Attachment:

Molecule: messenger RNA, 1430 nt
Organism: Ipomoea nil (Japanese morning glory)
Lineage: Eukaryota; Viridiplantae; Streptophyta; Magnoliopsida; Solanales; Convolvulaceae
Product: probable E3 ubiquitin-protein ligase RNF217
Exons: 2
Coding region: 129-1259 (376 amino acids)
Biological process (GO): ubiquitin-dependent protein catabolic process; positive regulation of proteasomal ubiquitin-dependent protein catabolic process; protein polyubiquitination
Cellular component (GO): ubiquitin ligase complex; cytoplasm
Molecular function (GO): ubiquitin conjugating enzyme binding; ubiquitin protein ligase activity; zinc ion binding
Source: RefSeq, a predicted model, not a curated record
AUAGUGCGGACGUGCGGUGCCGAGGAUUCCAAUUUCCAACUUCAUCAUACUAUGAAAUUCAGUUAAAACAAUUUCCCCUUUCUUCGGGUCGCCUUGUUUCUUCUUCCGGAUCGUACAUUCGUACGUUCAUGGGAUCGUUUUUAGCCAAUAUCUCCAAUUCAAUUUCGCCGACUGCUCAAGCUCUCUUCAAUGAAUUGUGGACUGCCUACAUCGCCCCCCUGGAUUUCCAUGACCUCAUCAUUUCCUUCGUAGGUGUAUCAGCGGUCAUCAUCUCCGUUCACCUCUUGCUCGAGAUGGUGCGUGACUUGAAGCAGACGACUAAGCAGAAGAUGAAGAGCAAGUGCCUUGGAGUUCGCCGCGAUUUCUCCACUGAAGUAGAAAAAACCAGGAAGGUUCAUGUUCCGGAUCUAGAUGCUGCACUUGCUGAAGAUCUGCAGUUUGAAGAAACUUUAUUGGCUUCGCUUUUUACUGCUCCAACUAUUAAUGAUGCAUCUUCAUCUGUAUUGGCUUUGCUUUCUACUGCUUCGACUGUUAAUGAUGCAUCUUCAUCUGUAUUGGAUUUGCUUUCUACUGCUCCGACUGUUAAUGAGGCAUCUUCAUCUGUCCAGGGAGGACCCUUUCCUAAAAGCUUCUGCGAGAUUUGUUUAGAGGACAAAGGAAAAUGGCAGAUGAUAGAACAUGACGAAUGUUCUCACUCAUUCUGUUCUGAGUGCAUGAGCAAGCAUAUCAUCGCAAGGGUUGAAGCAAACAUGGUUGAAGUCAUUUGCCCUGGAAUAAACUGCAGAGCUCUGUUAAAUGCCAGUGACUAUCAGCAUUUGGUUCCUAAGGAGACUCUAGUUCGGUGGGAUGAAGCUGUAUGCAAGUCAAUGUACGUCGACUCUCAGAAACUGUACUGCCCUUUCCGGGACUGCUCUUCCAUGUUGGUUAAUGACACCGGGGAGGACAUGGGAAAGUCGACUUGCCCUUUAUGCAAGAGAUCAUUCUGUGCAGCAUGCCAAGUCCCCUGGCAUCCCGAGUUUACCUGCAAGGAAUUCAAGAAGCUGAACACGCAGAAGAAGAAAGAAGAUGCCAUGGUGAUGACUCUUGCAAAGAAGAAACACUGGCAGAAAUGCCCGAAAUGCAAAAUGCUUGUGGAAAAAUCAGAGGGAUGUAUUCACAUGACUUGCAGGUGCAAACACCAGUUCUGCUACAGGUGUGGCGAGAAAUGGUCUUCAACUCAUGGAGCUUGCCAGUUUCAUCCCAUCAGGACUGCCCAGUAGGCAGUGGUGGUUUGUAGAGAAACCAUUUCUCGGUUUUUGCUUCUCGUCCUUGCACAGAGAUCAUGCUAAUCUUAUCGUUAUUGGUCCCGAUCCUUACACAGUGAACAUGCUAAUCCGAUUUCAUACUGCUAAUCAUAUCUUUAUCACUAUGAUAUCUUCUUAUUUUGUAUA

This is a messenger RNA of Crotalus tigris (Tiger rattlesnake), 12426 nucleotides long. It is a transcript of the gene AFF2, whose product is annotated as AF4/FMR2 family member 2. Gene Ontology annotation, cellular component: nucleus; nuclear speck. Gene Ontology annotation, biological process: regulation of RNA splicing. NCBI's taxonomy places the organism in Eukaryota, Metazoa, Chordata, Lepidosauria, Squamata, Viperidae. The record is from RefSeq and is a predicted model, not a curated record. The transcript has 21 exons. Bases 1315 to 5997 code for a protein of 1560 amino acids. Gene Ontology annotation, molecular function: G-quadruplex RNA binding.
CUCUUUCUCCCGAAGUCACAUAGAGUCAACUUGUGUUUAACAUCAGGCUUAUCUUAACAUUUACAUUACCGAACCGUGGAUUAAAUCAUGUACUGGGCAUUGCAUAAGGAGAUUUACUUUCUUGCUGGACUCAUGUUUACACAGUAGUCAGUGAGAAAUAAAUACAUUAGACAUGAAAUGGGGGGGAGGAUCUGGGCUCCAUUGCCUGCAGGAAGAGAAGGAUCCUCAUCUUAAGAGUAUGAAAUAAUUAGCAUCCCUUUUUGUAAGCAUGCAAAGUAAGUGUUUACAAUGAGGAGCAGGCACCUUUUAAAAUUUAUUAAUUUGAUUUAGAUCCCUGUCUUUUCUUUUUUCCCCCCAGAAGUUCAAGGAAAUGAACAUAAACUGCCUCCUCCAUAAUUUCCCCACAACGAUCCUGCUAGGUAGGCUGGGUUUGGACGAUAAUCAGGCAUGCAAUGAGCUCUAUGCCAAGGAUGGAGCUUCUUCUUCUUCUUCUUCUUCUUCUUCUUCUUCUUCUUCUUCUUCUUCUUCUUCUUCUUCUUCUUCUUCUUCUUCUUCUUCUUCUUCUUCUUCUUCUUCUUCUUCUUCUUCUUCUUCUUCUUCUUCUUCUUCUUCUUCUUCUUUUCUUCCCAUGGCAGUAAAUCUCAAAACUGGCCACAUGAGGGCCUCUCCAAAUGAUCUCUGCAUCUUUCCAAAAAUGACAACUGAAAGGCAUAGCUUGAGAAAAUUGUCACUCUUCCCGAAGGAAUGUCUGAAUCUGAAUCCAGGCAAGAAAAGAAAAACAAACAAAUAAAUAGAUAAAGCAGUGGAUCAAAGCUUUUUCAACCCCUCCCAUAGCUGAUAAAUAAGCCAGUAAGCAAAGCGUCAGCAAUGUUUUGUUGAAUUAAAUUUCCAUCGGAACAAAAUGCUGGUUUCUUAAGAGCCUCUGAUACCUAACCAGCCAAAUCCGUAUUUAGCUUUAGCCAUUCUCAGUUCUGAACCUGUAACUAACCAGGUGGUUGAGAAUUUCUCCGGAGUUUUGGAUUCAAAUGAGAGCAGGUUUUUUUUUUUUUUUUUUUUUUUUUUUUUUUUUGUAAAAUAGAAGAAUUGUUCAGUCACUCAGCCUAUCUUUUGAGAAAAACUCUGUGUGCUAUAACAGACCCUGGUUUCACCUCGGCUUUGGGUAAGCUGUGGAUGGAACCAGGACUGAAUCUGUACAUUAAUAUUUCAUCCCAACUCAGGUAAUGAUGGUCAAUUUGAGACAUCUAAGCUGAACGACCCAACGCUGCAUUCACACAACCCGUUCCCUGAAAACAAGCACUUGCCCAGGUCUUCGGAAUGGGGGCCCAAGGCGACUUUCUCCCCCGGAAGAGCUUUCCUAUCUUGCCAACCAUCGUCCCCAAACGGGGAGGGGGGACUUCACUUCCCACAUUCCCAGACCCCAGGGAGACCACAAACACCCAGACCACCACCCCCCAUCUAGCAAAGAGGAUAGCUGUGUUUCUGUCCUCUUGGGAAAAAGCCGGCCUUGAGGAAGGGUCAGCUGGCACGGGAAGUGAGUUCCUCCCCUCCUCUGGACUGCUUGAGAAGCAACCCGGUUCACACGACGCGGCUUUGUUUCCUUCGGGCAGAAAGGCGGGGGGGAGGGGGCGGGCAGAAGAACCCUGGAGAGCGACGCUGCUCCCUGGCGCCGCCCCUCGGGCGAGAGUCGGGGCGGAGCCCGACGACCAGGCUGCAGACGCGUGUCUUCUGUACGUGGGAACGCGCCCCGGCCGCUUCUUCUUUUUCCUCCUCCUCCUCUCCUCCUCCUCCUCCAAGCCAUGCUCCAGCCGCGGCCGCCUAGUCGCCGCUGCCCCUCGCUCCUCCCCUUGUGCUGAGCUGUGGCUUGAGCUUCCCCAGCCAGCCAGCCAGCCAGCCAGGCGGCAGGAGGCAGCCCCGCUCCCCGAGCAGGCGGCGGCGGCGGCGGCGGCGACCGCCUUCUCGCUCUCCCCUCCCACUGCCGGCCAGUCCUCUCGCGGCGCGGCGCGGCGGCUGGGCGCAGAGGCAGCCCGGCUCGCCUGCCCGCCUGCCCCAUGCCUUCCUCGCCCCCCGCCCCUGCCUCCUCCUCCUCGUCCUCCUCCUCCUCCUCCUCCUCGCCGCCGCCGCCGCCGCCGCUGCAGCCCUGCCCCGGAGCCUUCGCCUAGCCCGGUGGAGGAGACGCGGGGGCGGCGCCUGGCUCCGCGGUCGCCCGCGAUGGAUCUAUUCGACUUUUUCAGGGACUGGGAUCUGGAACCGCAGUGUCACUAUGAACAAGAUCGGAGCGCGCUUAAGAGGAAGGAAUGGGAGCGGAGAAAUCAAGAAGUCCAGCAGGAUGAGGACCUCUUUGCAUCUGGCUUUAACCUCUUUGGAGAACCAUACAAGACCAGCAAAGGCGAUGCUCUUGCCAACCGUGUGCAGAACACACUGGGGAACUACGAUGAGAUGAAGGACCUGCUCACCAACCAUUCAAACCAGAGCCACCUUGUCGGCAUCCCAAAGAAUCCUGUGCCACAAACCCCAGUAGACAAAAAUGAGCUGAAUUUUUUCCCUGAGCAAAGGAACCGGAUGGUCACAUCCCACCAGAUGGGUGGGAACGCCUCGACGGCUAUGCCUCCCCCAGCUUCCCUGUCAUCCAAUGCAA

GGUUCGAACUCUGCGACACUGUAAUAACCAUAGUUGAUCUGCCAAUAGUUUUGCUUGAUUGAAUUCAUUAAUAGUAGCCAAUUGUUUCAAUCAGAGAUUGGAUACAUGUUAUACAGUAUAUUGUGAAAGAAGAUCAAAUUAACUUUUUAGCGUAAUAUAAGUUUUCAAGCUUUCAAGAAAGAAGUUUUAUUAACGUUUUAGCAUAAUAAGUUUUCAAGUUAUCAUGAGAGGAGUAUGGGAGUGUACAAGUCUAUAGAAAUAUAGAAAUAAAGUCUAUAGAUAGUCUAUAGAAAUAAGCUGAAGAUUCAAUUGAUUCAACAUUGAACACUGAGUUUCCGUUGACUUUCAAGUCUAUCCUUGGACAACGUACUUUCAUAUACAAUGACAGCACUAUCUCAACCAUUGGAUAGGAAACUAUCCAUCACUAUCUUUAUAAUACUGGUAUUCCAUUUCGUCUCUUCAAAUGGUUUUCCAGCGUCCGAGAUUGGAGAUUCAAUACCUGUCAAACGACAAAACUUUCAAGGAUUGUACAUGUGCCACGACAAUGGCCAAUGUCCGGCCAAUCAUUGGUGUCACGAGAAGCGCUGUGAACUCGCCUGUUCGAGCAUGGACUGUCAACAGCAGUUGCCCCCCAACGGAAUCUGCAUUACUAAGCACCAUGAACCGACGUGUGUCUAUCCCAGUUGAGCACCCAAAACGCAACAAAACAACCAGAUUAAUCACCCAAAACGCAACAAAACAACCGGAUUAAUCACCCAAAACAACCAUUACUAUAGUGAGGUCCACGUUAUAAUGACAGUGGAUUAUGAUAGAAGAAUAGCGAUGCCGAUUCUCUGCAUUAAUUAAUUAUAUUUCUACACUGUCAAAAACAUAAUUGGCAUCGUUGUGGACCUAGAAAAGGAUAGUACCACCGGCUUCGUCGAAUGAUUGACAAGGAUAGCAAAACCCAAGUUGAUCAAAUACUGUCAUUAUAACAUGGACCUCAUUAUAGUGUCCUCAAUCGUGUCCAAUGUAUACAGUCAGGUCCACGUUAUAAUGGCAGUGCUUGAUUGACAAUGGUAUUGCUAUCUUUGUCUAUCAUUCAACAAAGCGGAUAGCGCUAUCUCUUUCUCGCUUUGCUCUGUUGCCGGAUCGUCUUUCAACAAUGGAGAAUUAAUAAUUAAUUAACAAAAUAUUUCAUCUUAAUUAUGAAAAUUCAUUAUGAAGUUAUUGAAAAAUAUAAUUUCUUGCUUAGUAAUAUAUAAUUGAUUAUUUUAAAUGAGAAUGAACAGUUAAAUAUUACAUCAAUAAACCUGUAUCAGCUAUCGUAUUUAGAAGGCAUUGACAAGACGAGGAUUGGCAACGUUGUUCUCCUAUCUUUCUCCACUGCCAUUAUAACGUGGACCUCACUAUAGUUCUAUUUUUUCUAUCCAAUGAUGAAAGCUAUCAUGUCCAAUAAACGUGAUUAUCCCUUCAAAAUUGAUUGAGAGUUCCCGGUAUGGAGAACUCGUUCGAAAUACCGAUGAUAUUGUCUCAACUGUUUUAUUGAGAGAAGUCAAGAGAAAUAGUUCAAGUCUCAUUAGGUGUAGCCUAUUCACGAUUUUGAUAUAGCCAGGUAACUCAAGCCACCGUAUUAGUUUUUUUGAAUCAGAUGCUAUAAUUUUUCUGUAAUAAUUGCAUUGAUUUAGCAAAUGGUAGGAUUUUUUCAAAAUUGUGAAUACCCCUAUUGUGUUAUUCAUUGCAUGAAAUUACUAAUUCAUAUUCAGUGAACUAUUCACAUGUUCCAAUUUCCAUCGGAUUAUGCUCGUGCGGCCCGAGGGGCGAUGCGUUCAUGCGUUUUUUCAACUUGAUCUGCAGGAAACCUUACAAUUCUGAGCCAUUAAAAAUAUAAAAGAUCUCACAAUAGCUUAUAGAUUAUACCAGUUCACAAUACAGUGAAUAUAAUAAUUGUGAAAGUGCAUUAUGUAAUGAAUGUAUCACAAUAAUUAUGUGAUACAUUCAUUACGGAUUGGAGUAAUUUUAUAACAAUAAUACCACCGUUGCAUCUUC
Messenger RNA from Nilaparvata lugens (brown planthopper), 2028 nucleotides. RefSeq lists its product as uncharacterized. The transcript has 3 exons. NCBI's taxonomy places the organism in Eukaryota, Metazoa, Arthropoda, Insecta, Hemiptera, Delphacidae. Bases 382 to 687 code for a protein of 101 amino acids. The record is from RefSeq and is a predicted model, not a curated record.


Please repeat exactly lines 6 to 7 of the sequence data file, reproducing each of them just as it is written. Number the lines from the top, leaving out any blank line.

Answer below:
Coding region: 129-1259 (376 amino acids)
Biological process (GO): ubiquitin-dependent protein catabolic process; positive regulation of proteasomal ubiquitin-dependent protein catabolic process; protein polyubiquitination